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On Parenting
Posted at 07:00 AM ET, 02/15/2012

Rick Santorum on working mothers: He wasn’t all wrong

Rick Santorum, the current GOP presidential contender with a knack for igniting debate, has spent the week trying to explain his controversial comments on working mothers.

In the 2005 book “It Takes a Family,” which has been unearthed and combed through as Santorum has become a more legitimate candidate in recent days, he lamented that far too many parents with young children work outside the home:
GOP presidential candidate Rick Santorum with his wife and daughters. (JONATHAN ERNST - REUTERS)

“Many women have told me, and surveys have shown, that they find it easier, more ‘professionally’ gratifying, and certainly more socially affirming, to work outside the home than to give up their careers to take care of their children.”

This is a result, he wrote, of “radical feminism’s misogynistic crusade to make working outside the home the only marker of social value and self-respect.’’

Yup, that’s what he wrote.

Cue the howls.

Cue the backpedaling. (Santorum is now saying his wife wrote the passage.)

Here’s the thing: Santorum is not entirely off base.

A new study finds that most working mothers of all classes, races and marital status say they would work even if they didn’t have to.

The study published in the February issue of Gender & Society was conducted by Karen Christopher, a professor of Women’s and Gender Studies and Sociology at the University of Louisville. She focuses on 40 mothers who had at least one child under the age of 5.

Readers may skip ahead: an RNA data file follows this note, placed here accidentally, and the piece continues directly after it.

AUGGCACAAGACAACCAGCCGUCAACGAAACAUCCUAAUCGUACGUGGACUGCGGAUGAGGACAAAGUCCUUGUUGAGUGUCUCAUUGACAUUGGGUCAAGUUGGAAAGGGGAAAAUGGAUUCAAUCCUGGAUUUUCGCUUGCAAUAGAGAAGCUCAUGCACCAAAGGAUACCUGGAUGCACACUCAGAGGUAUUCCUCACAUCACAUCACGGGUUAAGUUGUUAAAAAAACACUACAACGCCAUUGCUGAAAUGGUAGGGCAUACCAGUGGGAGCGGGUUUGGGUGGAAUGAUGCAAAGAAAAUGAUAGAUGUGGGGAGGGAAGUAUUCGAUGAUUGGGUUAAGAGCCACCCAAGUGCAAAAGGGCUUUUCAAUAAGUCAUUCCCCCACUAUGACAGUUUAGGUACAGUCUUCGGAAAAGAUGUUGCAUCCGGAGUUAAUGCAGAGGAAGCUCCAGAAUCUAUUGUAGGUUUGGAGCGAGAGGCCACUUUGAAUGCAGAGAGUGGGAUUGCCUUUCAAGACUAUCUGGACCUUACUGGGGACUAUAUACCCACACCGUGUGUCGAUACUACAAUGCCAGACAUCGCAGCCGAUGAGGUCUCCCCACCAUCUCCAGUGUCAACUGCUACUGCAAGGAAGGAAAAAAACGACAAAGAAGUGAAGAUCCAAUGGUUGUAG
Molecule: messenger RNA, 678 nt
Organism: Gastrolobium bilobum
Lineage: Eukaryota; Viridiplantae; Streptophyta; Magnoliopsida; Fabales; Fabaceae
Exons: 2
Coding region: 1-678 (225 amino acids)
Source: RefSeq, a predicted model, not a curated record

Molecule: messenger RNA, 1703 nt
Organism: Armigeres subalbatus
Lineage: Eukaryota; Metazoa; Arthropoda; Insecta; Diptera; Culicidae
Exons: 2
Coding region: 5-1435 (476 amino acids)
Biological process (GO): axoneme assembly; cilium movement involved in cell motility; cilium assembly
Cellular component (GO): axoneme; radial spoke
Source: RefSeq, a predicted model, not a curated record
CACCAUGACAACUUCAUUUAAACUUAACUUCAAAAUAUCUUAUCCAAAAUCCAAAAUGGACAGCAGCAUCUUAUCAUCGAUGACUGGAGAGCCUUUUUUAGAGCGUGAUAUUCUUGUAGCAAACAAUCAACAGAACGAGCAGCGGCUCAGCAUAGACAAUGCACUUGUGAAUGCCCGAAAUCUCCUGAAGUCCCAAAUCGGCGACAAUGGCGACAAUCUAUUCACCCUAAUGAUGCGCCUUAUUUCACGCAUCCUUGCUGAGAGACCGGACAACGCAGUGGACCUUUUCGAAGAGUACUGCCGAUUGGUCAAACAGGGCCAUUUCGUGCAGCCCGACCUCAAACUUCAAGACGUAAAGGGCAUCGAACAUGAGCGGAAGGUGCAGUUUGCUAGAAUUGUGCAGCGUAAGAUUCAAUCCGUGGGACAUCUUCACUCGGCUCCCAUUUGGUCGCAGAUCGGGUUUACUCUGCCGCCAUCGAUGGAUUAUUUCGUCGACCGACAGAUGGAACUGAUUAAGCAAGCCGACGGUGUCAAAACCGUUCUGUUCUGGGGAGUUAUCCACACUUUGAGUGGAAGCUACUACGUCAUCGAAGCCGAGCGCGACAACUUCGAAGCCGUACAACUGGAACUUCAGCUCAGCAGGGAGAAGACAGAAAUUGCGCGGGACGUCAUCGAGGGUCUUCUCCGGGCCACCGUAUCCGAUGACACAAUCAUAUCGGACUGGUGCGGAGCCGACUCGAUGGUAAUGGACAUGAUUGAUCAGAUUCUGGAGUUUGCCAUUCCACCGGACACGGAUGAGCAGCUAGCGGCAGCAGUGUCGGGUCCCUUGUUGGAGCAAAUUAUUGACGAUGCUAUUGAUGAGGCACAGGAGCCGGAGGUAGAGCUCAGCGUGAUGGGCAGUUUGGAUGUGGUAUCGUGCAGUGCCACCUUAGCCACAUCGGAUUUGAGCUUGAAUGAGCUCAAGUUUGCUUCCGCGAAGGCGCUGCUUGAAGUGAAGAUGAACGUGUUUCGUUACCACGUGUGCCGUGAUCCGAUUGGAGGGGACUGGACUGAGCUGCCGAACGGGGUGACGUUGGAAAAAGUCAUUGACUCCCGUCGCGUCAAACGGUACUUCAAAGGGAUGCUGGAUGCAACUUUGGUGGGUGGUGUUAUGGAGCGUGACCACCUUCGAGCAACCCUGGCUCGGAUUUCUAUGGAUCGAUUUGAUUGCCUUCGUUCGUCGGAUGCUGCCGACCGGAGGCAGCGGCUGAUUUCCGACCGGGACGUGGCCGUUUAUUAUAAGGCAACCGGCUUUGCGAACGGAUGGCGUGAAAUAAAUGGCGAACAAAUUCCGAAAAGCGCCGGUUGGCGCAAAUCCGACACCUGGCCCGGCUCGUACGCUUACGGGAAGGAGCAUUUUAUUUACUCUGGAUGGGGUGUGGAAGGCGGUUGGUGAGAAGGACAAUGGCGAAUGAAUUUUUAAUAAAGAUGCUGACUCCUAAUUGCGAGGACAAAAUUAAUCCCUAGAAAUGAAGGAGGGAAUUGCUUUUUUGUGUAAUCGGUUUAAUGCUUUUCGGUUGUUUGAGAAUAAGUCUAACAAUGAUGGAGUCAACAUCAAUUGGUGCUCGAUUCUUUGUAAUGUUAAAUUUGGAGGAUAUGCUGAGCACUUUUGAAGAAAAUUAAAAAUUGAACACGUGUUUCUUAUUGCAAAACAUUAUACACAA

She found that the majority reported feeling more fulfillment from paid work than from parenting. “Most employed mothers justified their paid work by saying it made them more fulfilled people, in addition to better mothers,” Christopher wrote.

Of course, this small study does nothing to bolster Santorum’s unsupported assumption that professional fulfillment equals child neglect or his decision to make his point gender specific. And, before Santorum (or his wife) cites the report for his next book, he needs to read on.

The majority of working women interviewed said they place limits on how much they work. Many sought jobs with less demanding employers so they might work “reasonable” hours.

The study also notes research showing that mothers with male partners still perform about twice as much childcare and housework as their partners.

In other words, no one is turning their back on their kids to seek personal fulfillment. These women are feeling responsible for both.

It’s interesting to note that a study by the Families and Work Institute last year found that fathers, too, are increasingly feeling responsible for both their careers and their families. (It’s unclear if the radical feminists are behind that nasty turn of events, too.)

One more key point for any politician who seriously cares about the status of children of working parents: In summing up her findings, Christopher suggests that two elements are constraining the ability of all parents — not just mothers — to combine employment with involved parenting.

The first: inflexible workplaces.

The second: inadequate public policies.

Perhaps those, not radical feminists, are the obstacles worth our collective attention.

What do you think?

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By  |  07:00 AM ET, 02/15/2012

Tags:  Work-Life Balance, Childcare

 
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